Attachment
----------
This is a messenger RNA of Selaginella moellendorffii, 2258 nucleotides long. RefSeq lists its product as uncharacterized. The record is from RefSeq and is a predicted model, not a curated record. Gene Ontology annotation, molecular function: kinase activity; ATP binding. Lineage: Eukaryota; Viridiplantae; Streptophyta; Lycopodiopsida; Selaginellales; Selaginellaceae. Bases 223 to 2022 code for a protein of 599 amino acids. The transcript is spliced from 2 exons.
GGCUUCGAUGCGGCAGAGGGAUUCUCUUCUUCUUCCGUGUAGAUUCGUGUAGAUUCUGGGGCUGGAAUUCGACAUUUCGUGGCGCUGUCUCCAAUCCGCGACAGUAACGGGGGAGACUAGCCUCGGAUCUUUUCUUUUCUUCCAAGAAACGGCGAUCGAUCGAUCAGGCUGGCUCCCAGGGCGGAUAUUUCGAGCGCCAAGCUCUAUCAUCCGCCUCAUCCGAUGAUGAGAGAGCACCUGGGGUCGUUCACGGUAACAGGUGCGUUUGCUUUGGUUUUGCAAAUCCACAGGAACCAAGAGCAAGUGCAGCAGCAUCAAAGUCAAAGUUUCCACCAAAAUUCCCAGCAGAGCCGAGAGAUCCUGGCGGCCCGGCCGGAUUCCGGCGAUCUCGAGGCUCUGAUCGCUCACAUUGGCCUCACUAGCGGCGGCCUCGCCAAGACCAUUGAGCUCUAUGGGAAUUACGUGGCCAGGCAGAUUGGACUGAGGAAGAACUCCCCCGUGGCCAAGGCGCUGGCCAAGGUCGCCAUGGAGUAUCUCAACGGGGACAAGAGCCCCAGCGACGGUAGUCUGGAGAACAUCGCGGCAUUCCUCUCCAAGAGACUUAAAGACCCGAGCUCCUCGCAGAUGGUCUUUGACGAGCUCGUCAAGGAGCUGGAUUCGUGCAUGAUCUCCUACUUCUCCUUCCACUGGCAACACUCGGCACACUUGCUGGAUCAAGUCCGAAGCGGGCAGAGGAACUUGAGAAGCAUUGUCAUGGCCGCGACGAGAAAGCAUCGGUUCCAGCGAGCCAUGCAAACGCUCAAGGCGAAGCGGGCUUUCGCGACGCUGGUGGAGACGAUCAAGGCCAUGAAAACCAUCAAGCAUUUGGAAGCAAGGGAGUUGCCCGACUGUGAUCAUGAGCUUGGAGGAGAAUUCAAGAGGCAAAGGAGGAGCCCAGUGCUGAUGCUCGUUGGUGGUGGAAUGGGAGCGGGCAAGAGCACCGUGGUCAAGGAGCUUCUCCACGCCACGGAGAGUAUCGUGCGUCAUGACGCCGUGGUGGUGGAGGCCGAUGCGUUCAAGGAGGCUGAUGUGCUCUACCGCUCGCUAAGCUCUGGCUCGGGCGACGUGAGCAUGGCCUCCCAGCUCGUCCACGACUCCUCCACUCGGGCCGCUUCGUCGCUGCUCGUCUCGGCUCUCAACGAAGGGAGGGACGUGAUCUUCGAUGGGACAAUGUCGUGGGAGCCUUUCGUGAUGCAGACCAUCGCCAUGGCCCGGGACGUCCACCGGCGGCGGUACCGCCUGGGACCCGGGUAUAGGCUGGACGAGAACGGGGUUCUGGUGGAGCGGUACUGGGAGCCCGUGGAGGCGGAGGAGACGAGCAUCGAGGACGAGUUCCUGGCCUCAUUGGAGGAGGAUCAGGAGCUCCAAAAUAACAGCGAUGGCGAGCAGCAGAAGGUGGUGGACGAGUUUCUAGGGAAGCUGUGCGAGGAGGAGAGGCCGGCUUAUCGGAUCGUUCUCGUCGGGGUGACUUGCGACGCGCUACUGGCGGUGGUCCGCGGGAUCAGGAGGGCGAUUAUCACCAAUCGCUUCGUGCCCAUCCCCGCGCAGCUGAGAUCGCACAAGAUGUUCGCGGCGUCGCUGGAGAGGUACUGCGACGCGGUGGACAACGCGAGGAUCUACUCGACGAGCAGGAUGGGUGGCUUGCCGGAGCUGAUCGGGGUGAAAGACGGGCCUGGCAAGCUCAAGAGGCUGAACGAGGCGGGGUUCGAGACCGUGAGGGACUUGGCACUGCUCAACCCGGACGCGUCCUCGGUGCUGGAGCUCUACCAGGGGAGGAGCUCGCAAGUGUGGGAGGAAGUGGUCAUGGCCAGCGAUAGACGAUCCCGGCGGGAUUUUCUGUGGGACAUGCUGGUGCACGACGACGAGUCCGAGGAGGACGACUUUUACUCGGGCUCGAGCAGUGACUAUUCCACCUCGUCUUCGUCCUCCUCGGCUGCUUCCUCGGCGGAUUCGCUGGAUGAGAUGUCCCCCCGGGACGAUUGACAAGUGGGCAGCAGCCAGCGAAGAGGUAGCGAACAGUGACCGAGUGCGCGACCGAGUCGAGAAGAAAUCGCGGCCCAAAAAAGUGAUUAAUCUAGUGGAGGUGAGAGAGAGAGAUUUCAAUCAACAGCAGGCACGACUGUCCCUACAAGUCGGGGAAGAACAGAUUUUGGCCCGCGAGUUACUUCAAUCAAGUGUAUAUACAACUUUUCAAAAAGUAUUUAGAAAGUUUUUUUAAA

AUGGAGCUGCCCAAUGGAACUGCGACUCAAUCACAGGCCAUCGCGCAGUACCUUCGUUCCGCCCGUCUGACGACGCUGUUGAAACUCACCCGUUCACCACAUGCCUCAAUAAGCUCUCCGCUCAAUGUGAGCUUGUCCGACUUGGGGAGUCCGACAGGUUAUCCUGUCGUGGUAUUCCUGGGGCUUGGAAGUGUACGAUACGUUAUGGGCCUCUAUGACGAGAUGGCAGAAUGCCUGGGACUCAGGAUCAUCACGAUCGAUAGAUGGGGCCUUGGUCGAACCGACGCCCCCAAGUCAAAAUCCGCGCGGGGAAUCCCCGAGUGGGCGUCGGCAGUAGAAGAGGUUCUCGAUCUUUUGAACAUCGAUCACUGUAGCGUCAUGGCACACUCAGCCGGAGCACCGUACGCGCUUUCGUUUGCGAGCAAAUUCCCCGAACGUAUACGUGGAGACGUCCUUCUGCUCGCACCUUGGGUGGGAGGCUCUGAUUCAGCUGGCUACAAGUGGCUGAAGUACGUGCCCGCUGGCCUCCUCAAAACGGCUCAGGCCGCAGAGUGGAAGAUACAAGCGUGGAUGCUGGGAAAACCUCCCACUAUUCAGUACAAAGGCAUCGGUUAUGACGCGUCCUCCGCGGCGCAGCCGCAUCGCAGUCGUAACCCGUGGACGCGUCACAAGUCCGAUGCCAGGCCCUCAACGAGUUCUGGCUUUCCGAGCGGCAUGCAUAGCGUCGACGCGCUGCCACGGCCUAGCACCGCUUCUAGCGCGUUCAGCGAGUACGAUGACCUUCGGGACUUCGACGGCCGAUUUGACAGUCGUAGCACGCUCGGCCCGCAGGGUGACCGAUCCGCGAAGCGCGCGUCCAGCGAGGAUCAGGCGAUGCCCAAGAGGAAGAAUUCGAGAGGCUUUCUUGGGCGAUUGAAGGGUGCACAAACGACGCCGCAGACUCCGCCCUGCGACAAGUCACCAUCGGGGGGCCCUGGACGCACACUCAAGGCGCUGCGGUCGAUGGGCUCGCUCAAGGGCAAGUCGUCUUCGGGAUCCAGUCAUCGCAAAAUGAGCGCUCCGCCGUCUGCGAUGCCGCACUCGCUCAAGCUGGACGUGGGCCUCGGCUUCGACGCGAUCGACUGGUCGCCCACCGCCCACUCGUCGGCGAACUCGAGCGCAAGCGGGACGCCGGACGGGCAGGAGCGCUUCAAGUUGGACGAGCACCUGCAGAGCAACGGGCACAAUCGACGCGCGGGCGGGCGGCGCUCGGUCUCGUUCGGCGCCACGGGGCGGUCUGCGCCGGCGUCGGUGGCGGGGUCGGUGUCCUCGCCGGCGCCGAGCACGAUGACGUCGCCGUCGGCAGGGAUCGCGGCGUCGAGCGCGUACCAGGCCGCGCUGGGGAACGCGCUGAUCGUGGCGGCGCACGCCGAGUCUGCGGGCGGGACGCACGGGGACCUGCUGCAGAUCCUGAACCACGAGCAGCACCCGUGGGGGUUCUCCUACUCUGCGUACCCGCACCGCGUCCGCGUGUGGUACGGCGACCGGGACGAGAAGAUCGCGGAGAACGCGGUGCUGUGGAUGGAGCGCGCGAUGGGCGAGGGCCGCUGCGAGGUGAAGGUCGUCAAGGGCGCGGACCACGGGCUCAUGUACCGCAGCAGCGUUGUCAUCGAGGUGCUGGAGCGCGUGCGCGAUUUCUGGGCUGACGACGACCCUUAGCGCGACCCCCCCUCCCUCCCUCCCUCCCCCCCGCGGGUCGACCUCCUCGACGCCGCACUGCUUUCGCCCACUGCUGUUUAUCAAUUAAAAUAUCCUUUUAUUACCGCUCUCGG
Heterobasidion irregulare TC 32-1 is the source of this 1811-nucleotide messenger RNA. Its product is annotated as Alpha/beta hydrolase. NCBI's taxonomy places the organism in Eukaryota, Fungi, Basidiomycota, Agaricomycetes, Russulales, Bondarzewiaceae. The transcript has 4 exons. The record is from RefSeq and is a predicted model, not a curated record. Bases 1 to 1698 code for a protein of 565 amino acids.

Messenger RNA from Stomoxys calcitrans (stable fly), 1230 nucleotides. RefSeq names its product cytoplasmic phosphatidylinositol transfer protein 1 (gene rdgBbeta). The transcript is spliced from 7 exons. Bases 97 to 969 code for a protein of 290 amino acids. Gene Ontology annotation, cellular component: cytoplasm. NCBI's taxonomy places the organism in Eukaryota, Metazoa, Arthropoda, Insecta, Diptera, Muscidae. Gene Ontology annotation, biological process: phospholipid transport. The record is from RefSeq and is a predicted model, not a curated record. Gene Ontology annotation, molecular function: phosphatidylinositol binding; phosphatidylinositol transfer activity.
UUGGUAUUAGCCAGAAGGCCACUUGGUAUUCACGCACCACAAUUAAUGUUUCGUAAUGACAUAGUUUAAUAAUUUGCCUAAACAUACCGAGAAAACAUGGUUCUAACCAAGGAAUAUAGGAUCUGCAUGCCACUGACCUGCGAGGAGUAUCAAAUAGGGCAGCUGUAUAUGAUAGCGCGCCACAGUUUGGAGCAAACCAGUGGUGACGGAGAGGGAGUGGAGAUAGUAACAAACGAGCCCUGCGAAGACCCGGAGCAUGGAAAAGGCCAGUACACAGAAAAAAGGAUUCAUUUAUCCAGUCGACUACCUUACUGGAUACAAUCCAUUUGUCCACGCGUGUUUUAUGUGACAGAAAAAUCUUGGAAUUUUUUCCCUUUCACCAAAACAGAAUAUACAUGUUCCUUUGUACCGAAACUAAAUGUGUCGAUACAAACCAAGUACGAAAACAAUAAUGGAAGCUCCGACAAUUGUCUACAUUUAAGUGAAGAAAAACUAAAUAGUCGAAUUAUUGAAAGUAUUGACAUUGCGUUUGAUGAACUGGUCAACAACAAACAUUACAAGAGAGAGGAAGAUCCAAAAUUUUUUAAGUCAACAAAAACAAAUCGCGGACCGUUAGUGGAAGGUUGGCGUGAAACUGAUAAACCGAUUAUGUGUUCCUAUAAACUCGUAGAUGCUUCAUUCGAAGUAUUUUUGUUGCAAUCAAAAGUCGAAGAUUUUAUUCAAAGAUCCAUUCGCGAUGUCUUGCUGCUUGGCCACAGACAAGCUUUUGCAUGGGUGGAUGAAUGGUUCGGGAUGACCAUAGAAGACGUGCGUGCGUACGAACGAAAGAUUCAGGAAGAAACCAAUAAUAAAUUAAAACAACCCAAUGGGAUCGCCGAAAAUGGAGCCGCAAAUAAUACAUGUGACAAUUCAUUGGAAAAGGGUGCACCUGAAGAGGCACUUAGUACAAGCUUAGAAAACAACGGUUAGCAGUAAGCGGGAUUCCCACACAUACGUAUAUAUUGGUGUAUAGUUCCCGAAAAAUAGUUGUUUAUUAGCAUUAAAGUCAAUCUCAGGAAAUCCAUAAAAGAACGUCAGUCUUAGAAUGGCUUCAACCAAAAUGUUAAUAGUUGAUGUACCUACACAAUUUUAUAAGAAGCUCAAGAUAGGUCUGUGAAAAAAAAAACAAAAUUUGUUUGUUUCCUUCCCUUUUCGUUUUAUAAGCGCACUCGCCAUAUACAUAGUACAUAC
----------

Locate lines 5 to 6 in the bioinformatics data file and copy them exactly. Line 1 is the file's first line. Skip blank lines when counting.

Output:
Messenger RNA from Stomoxys calcitrans (stable fly), 1230 nucleotides. RefSeq names its product cytoplasmic phosphatidylinositol transfer protein 1 (gene rdgBbeta). The transcript is spliced from 7 exons. Bases 97 to 969 code for a protein of 290 amino acids. Gene Ontology annotation, cellular component: cytoplasm. NCBI's taxonomy places the organism in Eukaryota, Metazoa, Arthropoda, Insecta, Diptera, Muscidae. Gene Ontology annotation, biological process: phospholipid transport. The record is from RefSeq and is a predicted model, not a curated record. Gene Ontology annotation, molecular function: phosphatidylinositol binding; phosphatidylinositol transfer activity.
UUGGUAUUAGCCAGAAGGCCACUUGGUAUUCACGCACCACAAUUAAUGUUUCGUAAUGACAUAGUUUAAUAAUUUGCCUAAACAUACCGAGAAAACAUGGUUCUAACCAAGGAAUAUAGGAUCUGCAUGCCACUGACCUGCGAGGAGUAUCAAAUAGGGCAGCUGUAUAUGAUAGCGCGCCACAGUUUGGAGCAAACCAGUGGUGACGGAGAGGGAGUGGAGAUAGUAACAAACGAGCCCUGCGAAGACCCGGAGCAUGGAAAAGGCCAGUACACAGAAAAAAGGAUUCAUUUAUCCAGUCGACUACCUUACUGGAUACAAUCCAUUUGUCCACGCGUGUUUUAUGUGACAGAAAAAUCUUGGAAUUUUUUCCCUUUCACCAAAACAGAAUAUACAUGUUCCUUUGUACCGAAACUAAAUGUGUCGAUACAAACCAAGUACGAAAACAAUAAUGGAAGCUCCGACAAUUGUCUACAUUUAAGUGAAGAAAAACUAAAUAGUCGAAUUAUUGAAAGUAUUGACAUUGCGUUUGAUGAACUGGUCAACAACAAACAUUACAAGAGAGAGGAAGAUCCAAAAUUUUUUAAGUCAACAAAAACAAAUCGCGGACCGUUAGUGGAAGGUUGGCGUGAAACUGAUAAACCGAUUAUGUGUUCCUAUAAACUCGUAGAUGCUUCAUUCGAAGUAUUUUUGUUGCAAUCAAAAGUCGAAGAUUUUAUUCAAAGAUCCAUUCGCGAUGUCUUGCUGCUUGGCCACAGACAAGCUUUUGCAUGGGUGGAUGAAUGGUUCGGGAUGACCAUAGAAGACGUGCGUGCGUACGAACGAAAGAUUCAGGAAGAAACCAAUAAUAAAUUAAAACAACCCAAUGGGAUCGCCGAAAAUGGAGCCGCAAAUAAUACAUGUGACAAUUCAUUGGAAAAGGGUGCACCUGAAGAGGCACUUAGUACAAGCUUAGAAAACAACGGUUAGCAGUAAGCGGGAUUCCCACACAUACGUAUAUAUUGGUGUAUAGUUCCCGAAAAAUAGUUGUUUAUUAGCAUUAAAGUCAAUCUCAGGAAAUCCAUAAAAGAACGUCAGUCUUAGAAUGGCUUCAACCAAAAUGUUAAUAGUUGAUGUACCUACACAAUUUUAUAAGAAGCUCAAGAUAGGUCUGUGAAAAAAAAAACAAAAUUUGUUUGUUUCCUUCCCUUUUCGUUUUAUAAGCGCACUCGCCAUAUACAUAGUACAUAC